Lessons I’m Learning from Disaster

Haiti.

Just that one word probably pulls up images that we’ve all seen in the past week or so. The one of the woman with dried vomit and blood on her face, covered by a whitish coating of what I presume is pulverized cement powder.

A dear friend of mine was there, working on access to clean water for the many in Haiti who didn’t have access to clean water before the earthquake. He survived. Ironically, the UNDP base managed to keep its internet link up (I’m guessing it was satellite-based), and my friend posted to his Facebook profile that he was okay.

Not so much for the millions in Port-au-Prince.

Haiti is the poorest country in the Western Hemisphere. There are (were) a majority of people in that little patch of island, eking out an existence (most definitely not “a living”) on less than the local equivalent of $2 a day. Could you exist on less than $2 a day wherever you live? More than a billion people around the world do it. All day. Every day.

And Yet …

And yet, as we’re seeing the very literal dust begin to settle in Haiti … supplies are starting to get through, the injured (who survived long enough) are beginning to be treated properly… we’re seeing the survivors, well, surviving.

They’ve moved their little charcoal stoves (think campfire; not Frigidaire) out into areas free of debris, and not in the shadow of partially fallen buildings, and they’re cooking. They’re pulling the one or two things they had out of the pile that was once their house, and are preparing to rebuild … again.

These folks get slammed by hurricanes regularly. An earthquake is effectively the same, without all the water. And because they don’t have much to begin with, they are great at picking up and moving forward.

Don’t misunderstand me. I’m not at all romanticizing what has happened there. I was in Turkey for a similarly-sized earthquake. I know what happens to improperly-mixed cement when the ground undulates. The one Turkish word I am least likely to ever forget is deprem (earthquake).

What I’m Trying To Say…

What would you (or I) do in a similar situation? Could we, as wealthy (in that global relative sense of wealth) individuals who suddenly lost everything to some natural disaster, survive? Think an earthquake measuring 10. Think a tsunami that reaches Colorado or Ohio. Think a plague or pandemic. Think the unthinkable.

Once we got past the point of trying over and over to get a mobile phone signal, what would we do? I know some might curl up in a Twitter-withdraw ball, but you’ll eventually get hungry.

How many of us know how to build a fire without matches or a lighter to start it? Do you know how to filter contaminated water so it’s safe to drink? What’s the right thing to do with your personal waste? Do you know which plants you can eat and which ones will kill you? Did you memorize enough episodes of MacGyver that, given enough of a supply of duct tape, you could overcome the bad guys who will inevitably take advantage of the situation?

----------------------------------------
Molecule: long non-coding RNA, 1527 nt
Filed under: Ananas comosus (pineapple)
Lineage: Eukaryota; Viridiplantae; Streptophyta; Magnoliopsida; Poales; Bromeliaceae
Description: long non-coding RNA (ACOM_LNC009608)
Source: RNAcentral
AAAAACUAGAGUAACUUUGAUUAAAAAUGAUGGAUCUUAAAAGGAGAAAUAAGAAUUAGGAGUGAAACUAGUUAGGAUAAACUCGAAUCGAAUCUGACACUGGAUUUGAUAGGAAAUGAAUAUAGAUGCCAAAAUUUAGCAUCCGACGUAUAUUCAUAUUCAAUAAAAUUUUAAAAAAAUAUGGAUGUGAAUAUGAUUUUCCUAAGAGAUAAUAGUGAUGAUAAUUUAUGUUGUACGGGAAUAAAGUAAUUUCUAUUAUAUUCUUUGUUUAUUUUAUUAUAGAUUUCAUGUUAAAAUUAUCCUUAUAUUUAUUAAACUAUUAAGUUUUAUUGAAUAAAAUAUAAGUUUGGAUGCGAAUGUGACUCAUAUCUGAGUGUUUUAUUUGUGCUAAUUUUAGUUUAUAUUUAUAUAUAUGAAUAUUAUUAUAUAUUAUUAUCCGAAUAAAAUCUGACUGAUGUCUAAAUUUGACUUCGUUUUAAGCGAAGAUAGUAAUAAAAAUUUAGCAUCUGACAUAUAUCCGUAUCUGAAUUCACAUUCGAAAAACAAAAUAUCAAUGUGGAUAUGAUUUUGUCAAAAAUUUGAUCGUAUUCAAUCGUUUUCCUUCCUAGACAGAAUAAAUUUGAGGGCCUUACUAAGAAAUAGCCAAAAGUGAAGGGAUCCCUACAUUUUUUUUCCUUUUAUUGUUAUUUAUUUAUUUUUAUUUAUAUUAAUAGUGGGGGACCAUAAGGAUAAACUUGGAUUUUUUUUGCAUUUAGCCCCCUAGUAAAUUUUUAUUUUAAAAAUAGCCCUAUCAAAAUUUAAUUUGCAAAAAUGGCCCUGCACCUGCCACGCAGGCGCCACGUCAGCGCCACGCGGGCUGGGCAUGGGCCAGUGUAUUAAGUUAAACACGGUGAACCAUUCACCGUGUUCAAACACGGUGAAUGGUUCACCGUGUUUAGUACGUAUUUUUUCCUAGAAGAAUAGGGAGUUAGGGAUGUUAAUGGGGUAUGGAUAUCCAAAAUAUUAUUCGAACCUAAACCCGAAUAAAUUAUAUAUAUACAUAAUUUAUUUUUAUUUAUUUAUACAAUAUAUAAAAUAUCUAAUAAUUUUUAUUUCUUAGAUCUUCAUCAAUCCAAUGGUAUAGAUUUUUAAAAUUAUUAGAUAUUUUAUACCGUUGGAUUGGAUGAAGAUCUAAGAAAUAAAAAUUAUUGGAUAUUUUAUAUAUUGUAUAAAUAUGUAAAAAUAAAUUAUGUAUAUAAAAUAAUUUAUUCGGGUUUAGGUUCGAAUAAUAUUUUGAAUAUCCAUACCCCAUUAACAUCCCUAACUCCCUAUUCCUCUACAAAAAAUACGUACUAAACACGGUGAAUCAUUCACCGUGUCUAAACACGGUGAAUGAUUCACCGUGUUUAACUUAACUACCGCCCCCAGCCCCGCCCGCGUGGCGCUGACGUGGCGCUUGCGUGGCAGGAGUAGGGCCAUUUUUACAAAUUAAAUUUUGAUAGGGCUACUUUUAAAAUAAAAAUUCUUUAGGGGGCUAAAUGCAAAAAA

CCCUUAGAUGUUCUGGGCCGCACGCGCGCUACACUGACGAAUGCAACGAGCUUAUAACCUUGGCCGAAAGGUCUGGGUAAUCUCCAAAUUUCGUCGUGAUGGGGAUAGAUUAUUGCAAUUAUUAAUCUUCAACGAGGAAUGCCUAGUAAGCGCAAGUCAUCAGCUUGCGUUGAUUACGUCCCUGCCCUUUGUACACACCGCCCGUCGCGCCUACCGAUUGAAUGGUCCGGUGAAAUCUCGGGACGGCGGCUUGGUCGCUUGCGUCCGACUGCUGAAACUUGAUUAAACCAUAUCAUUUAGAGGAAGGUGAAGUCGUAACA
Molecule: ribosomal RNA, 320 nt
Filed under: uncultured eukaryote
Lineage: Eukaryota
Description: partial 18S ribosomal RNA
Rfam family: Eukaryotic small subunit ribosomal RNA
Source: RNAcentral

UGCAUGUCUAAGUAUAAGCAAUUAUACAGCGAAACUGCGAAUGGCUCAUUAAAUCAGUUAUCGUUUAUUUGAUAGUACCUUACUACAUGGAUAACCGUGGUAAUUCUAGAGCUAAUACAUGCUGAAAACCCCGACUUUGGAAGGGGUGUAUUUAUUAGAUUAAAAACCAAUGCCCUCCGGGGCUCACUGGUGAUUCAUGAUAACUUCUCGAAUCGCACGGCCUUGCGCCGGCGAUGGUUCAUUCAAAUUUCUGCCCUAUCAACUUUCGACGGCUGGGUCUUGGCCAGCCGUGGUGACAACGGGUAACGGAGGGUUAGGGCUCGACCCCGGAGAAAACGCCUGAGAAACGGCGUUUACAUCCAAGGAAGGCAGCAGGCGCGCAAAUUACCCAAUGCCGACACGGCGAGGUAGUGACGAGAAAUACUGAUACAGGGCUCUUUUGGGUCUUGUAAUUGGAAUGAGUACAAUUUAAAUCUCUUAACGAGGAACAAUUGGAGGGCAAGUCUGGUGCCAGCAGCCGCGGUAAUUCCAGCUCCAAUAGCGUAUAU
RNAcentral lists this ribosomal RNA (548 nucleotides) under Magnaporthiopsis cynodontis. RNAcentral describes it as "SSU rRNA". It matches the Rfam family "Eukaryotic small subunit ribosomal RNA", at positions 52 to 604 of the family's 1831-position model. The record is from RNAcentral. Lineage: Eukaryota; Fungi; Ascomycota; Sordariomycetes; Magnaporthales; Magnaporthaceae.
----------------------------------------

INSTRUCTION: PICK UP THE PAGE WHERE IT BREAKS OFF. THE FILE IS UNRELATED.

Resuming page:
Most of us who survived one of those natural disasters would die of our own ignorance not long after. Without wikipedia to help us get through it, we are  in trouble.

Unless …

If we watch the ways in which the Haitians pull together, and learn from it, we might have a chance. If we think and plan ahead, we might survive. We do not have to descend into the morass of violence and murder in order to make a way forward. I’m not talking about utopia here folks, I’m talking about being smart now; before you actually need to be.

Maybe the Haitians are still living life in closer connection to the earth than we are. Maybe that’s mostly necessity, but still, that connection – that understanding is what’s helping those who survived the initial disaster to survive now. Because they’re accustomed to needing to work together to survive, they’re continuing to work together, in spite of radical shortages of food, water, shelter, and medical care.

That’s not to say there aren’t bad guys there, taking instead of sharing, but they seem to be in the minority.

Projections by doomsayers in the US indicate that survivors of a natural disaster here won’t be able to make it without resorting to violence and hording.

I want to believe that’s not true.

I want to believe that we’re capable of rising above our spoiled, privileged existence to care for our neighbors as well as ourselves in the midst of a disaster. We saw hints of this in New York nearly 9 years ago. We saw fewer hints of it in New Orleans in 2005.

I’m not harping on preparations for an unknown disaster here. In the 1950s, people installed “bomb shelters” in their back yards out of that kind of fear orientation. Instead, I’d like to suggest that we make a conscious decision here and now that, in the face of the unimaginable, we will continue to be human beings and that we will see those around us as human beings as well.

Remember that earthquake I mentioned before? The one in Turkey? The one I was caught in?